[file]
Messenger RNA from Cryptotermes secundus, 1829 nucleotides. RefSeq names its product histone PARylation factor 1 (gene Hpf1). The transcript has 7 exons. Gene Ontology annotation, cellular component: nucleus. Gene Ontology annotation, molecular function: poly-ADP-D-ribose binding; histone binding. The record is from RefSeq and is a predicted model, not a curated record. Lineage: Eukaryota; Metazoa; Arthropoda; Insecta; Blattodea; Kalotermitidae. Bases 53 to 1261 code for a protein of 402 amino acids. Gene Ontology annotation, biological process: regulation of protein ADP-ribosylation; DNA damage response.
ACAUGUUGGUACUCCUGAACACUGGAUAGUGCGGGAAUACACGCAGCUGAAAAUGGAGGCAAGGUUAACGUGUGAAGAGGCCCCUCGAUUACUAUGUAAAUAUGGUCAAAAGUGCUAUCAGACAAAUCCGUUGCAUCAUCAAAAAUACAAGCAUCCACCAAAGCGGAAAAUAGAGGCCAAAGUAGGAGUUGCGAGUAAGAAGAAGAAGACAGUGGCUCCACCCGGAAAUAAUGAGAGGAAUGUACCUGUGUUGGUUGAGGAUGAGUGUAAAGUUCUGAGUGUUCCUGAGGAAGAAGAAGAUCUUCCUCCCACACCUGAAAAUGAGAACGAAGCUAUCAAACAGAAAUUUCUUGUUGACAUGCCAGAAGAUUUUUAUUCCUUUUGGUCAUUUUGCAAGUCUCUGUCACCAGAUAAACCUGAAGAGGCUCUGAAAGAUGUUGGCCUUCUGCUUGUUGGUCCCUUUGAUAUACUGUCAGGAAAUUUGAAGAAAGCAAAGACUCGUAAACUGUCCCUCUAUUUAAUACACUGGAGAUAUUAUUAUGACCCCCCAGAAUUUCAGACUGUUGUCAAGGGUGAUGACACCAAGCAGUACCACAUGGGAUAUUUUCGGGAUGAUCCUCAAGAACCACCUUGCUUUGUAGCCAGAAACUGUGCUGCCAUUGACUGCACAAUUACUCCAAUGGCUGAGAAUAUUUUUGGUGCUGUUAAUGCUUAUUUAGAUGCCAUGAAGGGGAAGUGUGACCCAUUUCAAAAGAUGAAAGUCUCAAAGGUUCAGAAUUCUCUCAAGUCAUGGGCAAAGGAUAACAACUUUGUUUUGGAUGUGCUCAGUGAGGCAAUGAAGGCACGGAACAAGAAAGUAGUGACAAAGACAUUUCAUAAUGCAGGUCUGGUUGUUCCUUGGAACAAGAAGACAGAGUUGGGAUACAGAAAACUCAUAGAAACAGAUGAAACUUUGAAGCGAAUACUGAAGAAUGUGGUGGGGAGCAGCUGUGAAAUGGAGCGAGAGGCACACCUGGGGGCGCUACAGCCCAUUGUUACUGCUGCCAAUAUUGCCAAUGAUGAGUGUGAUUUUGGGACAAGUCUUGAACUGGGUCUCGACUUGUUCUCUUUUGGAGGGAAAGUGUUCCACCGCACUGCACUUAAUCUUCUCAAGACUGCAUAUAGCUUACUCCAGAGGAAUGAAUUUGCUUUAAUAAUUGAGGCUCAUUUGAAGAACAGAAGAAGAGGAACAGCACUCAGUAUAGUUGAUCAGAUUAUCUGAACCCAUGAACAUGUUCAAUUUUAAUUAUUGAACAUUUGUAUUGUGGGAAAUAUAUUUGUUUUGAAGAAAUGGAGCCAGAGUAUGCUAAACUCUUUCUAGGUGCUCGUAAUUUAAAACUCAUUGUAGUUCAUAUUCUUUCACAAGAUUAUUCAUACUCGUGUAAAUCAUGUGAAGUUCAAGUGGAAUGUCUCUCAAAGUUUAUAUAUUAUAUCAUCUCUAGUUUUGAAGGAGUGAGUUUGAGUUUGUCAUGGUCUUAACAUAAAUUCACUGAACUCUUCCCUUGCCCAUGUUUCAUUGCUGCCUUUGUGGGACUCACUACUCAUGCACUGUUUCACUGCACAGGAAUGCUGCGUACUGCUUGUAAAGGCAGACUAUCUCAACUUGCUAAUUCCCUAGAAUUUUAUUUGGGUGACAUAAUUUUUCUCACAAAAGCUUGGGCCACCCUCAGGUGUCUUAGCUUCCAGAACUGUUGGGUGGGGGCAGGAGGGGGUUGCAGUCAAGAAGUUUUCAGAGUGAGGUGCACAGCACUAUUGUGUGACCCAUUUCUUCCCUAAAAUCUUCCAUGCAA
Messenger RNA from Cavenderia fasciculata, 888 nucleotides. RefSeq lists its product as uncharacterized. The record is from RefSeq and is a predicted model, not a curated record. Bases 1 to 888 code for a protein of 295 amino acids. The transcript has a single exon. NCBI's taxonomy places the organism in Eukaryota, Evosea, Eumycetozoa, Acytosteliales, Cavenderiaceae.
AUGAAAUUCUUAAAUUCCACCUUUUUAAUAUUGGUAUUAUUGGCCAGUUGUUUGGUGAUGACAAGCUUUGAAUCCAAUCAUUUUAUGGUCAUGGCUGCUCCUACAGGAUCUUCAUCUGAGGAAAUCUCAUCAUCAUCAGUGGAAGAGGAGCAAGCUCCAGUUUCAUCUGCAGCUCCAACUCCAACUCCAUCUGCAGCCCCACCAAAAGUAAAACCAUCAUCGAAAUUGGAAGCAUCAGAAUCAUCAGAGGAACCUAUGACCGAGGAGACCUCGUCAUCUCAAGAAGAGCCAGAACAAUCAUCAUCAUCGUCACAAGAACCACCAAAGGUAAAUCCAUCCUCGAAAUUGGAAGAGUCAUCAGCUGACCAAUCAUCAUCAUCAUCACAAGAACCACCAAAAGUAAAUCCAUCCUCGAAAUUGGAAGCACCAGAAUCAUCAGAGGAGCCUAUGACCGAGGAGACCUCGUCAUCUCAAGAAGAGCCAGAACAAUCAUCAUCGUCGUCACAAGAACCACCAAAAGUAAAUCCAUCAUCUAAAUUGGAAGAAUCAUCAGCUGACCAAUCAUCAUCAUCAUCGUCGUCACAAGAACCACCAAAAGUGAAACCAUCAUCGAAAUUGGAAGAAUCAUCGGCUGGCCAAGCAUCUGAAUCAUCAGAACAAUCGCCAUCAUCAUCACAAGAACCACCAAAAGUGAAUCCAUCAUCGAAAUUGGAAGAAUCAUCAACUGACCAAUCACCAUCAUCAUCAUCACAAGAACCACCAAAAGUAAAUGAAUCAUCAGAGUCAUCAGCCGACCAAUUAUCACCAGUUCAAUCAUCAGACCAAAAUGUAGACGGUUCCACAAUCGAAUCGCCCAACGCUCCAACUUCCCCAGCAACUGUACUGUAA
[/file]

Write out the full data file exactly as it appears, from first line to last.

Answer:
Messenger RNA from Cryptotermes secundus, 1829 nucleotides. RefSeq names its product histone PARylation factor 1 (gene Hpf1). The transcript has 7 exons. Gene Ontology annotation, cellular component: nucleus. Gene Ontology annotation, molecular function: poly-ADP-D-ribose binding; histone binding. The record is from RefSeq and is a predicted model, not a curated record. Lineage: Eukaryota; Metazoa; Arthropoda; Insecta; Blattodea; Kalotermitidae. Bases 53 to 1261 code for a protein of 402 amino acids. Gene Ontology annotation, biological process: regulation of protein ADP-ribosylation; DNA damage response.
ACAUGUUGGUACUCCUGAACACUGGAUAGUGCGGGAAUACACGCAGCUGAAAAUGGAGGCAAGGUUAACGUGUGAAGAGGCCCCUCGAUUACUAUGUAAAUAUGGUCAAAAGUGCUAUCAGACAAAUCCGUUGCAUCAUCAAAAAUACAAGCAUCCACCAAAGCGGAAAAUAGAGGCCAAAGUAGGAGUUGCGAGUAAGAAGAAGAAGACAGUGGCUCCACCCGGAAAUAAUGAGAGGAAUGUACCUGUGUUGGUUGAGGAUGAGUGUAAAGUUCUGAGUGUUCCUGAGGAAGAAGAAGAUCUUCCUCCCACACCUGAAAAUGAGAACGAAGCUAUCAAACAGAAAUUUCUUGUUGACAUGCCAGAAGAUUUUUAUUCCUUUUGGUCAUUUUGCAAGUCUCUGUCACCAGAUAAACCUGAAGAGGCUCUGAAAGAUGUUGGCCUUCUGCUUGUUGGUCCCUUUGAUAUACUGUCAGGAAAUUUGAAGAAAGCAAAGACUCGUAAACUGUCCCUCUAUUUAAUACACUGGAGAUAUUAUUAUGACCCCCCAGAAUUUCAGACUGUUGUCAAGGGUGAUGACACCAAGCAGUACCACAUGGGAUAUUUUCGGGAUGAUCCUCAAGAACCACCUUGCUUUGUAGCCAGAAACUGUGCUGCCAUUGACUGCACAAUUACUCCAAUGGCUGAGAAUAUUUUUGGUGCUGUUAAUGCUUAUUUAGAUGCCAUGAAGGGGAAGUGUGACCCAUUUCAAAAGAUGAAAGUCUCAAAGGUUCAGAAUUCUCUCAAGUCAUGGGCAAAGGAUAACAACUUUGUUUUGGAUGUGCUCAGUGAGGCAAUGAAGGCACGGAACAAGAAAGUAGUGACAAAGACAUUUCAUAAUGCAGGUCUGGUUGUUCCUUGGAACAAGAAGACAGAGUUGGGAUACAGAAAACUCAUAGAAACAGAUGAAACUUUGAAGCGAAUACUGAAGAAUGUGGUGGGGAGCAGCUGUGAAAUGGAGCGAGAGGCACACCUGGGGGCGCUACAGCCCAUUGUUACUGCUGCCAAUAUUGCCAAUGAUGAGUGUGAUUUUGGGACAAGUCUUGAACUGGGUCUCGACUUGUUCUCUUUUGGAGGGAAAGUGUUCCACCGCACUGCACUUAAUCUUCUCAAGACUGCAUAUAGCUUACUCCAGAGGAAUGAAUUUGCUUUAAUAAUUGAGGCUCAUUUGAAGAACAGAAGAAGAGGAACAGCACUCAGUAUAGUUGAUCAGAUUAUCUGAACCCAUGAACAUGUUCAAUUUUAAUUAUUGAACAUUUGUAUUGUGGGAAAUAUAUUUGUUUUGAAGAAAUGGAGCCAGAGUAUGCUAAACUCUUUCUAGGUGCUCGUAAUUUAAAACUCAUUGUAGUUCAUAUUCUUUCACAAGAUUAUUCAUACUCGUGUAAAUCAUGUGAAGUUCAAGUGGAAUGUCUCUCAAAGUUUAUAUAUUAUAUCAUCUCUAGUUUUGAAGGAGUGAGUUUGAGUUUGUCAUGGUCUUAACAUAAAUUCACUGAACUCUUCCCUUGCCCAUGUUUCAUUGCUGCCUUUGUGGGACUCACUACUCAUGCACUGUUUCACUGCACAGGAAUGCUGCGUACUGCUUGUAAAGGCAGACUAUCUCAACUUGCUAAUUCCCUAGAAUUUUAUUUGGGUGACAUAAUUUUUCUCACAAAAGCUUGGGCCACCCUCAGGUGUCUUAGCUUCCAGAACUGUUGGGUGGGGGCAGGAGGGGGUUGCAGUCAAGAAGUUUUCAGAGUGAGGUGCACAGCACUAUUGUGUGACCCAUUUCUUCCCUAAAAUCUUCCAUGCAA
Messenger RNA from Cavenderia fasciculata, 888 nucleotides. RefSeq lists its product as uncharacterized. The record is from RefSeq and is a predicted model, not a curated record. Bases 1 to 888 code for a protein of 295 amino acids. The transcript has a single exon. NCBI's taxonomy places the organism in Eukaryota, Evosea, Eumycetozoa, Acytosteliales, Cavenderiaceae.
AUGAAAUUCUUAAAUUCCACCUUUUUAAUAUUGGUAUUAUUGGCCAGUUGUUUGGUGAUGACAAGCUUUGAAUCCAAUCAUUUUAUGGUCAUGGCUGCUCCUACAGGAUCUUCAUCUGAGGAAAUCUCAUCAUCAUCAGUGGAAGAGGAGCAAGCUCCAGUUUCAUCUGCAGCUCCAACUCCAACUCCAUCUGCAGCCCCACCAAAAGUAAAACCAUCAUCGAAAUUGGAAGCAUCAGAAUCAUCAGAGGAACCUAUGACCGAGGAGACCUCGUCAUCUCAAGAAGAGCCAGAACAAUCAUCAUCAUCGUCACAAGAACCACCAAAGGUAAAUCCAUCCUCGAAAUUGGAAGAGUCAUCAGCUGACCAAUCAUCAUCAUCAUCACAAGAACCACCAAAAGUAAAUCCAUCCUCGAAAUUGGAAGCACCAGAAUCAUCAGAGGAGCCUAUGACCGAGGAGACCUCGUCAUCUCAAGAAGAGCCAGAACAAUCAUCAUCGUCGUCACAAGAACCACCAAAAGUAAAUCCAUCAUCUAAAUUGGAAGAAUCAUCAGCUGACCAAUCAUCAUCAUCAUCGUCGUCACAAGAACCACCAAAAGUGAAACCAUCAUCGAAAUUGGAAGAAUCAUCGGCUGGCCAAGCAUCUGAAUCAUCAGAACAAUCGCCAUCAUCAUCACAAGAACCACCAAAAGUGAAUCCAUCAUCGAAAUUGGAAGAAUCAUCAACUGACCAAUCACCAUCAUCAUCAUCACAAGAACCACCAAAAGUAAAUGAAUCAUCAGAGUCAUCAGCCGACCAAUUAUCACCAGUUCAAUCAUCAGACCAAAAUGUAGACGGUUCCACAAUCGAAUCGCCCAACGCUCCAACUUCCCCAGCAACUGUACUGUAA